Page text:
So I guess by reading this article, you may be asking what are the benefits to eating a raw food diet ? Well, the benefits of eating more raw foods are numerous and once you understand them you’ll probably wonder why you haven’t eaten more raw in the past. You’ll also think twice about eating dead cooked foods ever again.

Raw Foods Give You More Energy

I can’t tell you of one person I know that follows a raw food diet that doesn’t have more energy than the average person . I know that when I transitioned away from eating a diet made up of breads, dairy, and cooked foods, and adopted more of a raw foods diet, my energy went through the roof. And I’m not talking about the quick surge you would get from an espresso but alternatively long-lasting energy that enables you to do more with less.
An example, eating raw foods will allow your body to sleep less and have far more energy than you’ve ever felt before . When I’m eating at least 80% raw, I can easily function on just 4-5 hours of sleep. I literally bounce out of bed and don’t require any naps throughout the day. Oh yeah, did I mention that I workout every single day as well? Sometimes, even twice!

Energizing Enzymes
When following a raw food diet, there are several reasons why it will give you more energy . First, raw foods are rich in food enzymes. Enzymes are compulsory for every single reaction in the body. Unfortunately, our bodies only have a finite number of these enzymes, so when we run out, we run out of life! To add to this, when you heat foods above 118 degrees fahrenheit, you destruct the food enzymes that are naturally present in all raw foods. Therefore, if you eat a predominantly cooked foods diet, you’re not getting enough food enzymes, which means that your body will have to produce and use more of its own to digest and metabolize your foods.

The less energy you will have for activities if your body requires more energy to divert towards digestion . You will feel more lethargic and tired as your body is trying to breakdown “dead” foods and figure out what to do with them.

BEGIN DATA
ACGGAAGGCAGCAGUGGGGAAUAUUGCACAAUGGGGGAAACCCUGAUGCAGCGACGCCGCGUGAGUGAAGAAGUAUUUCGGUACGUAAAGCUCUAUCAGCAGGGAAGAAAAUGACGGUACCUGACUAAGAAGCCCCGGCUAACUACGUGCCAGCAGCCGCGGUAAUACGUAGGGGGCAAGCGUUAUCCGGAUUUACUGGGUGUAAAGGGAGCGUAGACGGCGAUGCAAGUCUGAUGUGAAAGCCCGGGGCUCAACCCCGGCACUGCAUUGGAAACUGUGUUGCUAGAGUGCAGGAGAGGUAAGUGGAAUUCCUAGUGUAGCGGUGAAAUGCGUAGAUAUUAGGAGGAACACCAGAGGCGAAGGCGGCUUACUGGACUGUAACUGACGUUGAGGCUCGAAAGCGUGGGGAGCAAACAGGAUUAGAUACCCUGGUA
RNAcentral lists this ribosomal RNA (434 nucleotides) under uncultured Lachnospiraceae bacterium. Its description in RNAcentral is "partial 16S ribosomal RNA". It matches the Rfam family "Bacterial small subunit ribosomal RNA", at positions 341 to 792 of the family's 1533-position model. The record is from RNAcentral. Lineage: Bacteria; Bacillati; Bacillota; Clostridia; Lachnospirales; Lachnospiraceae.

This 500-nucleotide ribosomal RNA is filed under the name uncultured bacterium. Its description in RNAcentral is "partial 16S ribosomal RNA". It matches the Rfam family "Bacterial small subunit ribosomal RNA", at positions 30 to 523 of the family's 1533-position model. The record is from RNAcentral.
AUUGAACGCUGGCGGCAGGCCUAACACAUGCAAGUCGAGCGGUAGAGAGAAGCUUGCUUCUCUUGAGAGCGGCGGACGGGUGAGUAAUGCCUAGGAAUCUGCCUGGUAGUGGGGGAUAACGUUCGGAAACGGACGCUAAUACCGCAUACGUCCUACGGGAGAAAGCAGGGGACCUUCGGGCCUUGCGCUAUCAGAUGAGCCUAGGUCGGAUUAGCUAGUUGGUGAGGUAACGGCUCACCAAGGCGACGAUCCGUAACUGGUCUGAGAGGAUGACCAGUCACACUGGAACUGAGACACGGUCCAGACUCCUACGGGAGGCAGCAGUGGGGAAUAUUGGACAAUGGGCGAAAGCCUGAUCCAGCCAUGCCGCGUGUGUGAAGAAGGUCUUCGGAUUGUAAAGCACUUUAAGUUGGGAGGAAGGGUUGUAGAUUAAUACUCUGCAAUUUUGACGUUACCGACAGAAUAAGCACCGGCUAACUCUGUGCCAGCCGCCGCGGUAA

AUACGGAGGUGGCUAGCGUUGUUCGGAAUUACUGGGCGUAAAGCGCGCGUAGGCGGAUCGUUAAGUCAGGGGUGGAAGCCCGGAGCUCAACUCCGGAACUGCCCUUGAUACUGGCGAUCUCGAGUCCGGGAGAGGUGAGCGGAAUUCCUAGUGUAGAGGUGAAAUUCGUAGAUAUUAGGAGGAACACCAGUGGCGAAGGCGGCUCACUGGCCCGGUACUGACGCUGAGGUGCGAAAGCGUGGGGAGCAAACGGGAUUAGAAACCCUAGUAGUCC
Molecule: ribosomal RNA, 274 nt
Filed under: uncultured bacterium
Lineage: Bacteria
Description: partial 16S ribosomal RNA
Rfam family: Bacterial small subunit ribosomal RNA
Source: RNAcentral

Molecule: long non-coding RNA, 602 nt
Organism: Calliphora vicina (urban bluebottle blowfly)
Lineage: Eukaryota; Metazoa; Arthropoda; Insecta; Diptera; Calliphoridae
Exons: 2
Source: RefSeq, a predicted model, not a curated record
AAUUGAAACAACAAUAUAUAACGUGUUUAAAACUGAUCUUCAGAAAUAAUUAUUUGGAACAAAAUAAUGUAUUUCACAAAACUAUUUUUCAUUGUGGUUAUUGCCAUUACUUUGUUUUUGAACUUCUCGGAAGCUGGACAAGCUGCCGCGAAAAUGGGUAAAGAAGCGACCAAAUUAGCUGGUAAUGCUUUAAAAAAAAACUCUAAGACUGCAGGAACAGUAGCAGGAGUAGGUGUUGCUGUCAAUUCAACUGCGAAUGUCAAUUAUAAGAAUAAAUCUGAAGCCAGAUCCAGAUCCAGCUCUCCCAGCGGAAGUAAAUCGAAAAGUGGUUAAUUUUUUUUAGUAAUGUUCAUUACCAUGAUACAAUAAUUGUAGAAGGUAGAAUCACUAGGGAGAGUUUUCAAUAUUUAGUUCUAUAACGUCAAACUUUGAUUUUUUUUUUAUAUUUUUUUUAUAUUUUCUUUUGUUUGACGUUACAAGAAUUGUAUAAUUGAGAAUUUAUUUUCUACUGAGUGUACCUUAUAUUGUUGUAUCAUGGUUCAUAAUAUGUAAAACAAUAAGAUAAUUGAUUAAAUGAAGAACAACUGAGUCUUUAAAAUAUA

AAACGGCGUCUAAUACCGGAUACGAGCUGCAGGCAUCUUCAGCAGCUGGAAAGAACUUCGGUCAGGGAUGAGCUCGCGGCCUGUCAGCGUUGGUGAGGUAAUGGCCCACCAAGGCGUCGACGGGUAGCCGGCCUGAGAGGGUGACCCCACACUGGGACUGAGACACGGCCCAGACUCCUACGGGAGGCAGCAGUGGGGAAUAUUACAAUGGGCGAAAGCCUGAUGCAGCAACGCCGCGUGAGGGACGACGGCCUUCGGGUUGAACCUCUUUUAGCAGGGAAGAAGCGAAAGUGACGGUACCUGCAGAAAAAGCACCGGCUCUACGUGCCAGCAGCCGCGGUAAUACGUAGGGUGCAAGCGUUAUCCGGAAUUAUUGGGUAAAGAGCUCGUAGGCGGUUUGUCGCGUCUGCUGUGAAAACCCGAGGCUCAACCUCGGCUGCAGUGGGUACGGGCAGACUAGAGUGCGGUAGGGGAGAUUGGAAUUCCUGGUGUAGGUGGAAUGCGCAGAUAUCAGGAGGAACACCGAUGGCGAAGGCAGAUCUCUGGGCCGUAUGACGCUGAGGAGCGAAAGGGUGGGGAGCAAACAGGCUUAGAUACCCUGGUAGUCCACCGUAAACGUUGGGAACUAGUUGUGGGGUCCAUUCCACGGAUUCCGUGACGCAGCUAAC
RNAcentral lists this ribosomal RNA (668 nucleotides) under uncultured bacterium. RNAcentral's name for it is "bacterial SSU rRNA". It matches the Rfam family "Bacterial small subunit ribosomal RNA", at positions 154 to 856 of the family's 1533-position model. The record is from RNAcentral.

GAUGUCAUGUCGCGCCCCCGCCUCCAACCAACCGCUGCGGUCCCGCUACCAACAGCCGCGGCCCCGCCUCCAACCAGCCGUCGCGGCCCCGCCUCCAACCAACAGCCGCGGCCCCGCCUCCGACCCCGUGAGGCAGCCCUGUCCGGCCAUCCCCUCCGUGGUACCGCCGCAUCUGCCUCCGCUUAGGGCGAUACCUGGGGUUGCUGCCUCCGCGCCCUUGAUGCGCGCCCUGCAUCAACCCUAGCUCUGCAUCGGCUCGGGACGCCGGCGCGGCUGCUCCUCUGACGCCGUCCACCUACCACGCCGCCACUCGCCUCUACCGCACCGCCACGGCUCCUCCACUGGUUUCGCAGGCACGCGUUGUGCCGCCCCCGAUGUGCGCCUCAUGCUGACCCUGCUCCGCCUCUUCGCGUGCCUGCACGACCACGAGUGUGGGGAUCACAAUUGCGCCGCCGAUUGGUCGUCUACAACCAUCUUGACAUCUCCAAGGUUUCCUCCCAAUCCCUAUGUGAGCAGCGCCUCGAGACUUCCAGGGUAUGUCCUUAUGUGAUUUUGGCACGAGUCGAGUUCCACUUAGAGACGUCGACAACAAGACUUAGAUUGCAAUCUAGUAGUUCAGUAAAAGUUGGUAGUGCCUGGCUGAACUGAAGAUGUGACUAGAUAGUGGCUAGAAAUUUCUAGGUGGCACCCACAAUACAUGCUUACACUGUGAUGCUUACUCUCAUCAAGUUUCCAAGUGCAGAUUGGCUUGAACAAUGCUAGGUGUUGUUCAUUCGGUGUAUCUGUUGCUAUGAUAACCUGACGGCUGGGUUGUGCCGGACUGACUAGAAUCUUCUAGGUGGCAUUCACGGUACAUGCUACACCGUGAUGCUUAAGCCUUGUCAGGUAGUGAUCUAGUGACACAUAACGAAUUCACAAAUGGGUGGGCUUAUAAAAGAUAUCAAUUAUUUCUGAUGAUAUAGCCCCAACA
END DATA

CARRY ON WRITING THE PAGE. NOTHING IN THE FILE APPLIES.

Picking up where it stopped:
So the food enzymes apparent in raw foods are a big reason why it boosts your energy . They are the spark plugs and are intricately related to the next property that make raw foods so energy-boosting.

Life Force

When raw foods are left intact, they are also known as living foods . They are named “living” because they carry an incredible amount of life force.

Now, since every living being has an aura or energy field illuminating from their body, which foods do you think would enhance yours? Cooked foods that are dead or high energy raw foods ? I think we both know the answer.

As I like to say, “eat alive and you will thrive”.

Weight Loss and Beautiful Skin

The other highly sought-after quality of a raw foods diet is its ability to help you lose weight and beautify your skin . Almost all raw foodists have reported losing weight they could never lose. At the same time, they notice an instant improvement in their skin. They look younger and have a natural glow that comes about because of the “living” nature of raw foods, their abundance of enzymes, and of course the plethora of nutrients that are ingested when eating more fruits and vegetables.

You will find it easier to lose weight on a raw food diet because your getting more nutrients and, therefore, your body won’t crave “dead” foods. Second, the enzymes help to breakdown the foods you are eating and excess energy and fat stores in your body. Third, raw foods are water-rich, which helps you feel more satiated, as well as hydrated.

Many of these reasons also help us explain why living foods make you look younger and beautify your skin. Enzymes, life force, water, and high quality nutrients all play a role in natural skin care.

We could talk about the benefits of a raw food diet for hours but the only to truly understand them is to experience them for yourself. So why not take action today and enjoy the health, the body, and the vitality that you deserve!

What Should You Know About Chronic Depression?

July 4, 2010 by  
Filed under Health, Mental Health

Chronic Depression is also known as Dysthymia.  Although not as serious as Major Depression, this is a severe illness.  Someone you know may have Chronic Depression and you would not know it.  Typically someone with this illness can live a regular life.  They go to work or school and go about their day to day lives without as much as creating a ripple in the water.  Of course it’s invisible to the outside world because the effects from this illness are on the inside.  There are both physical and mental results from this disease.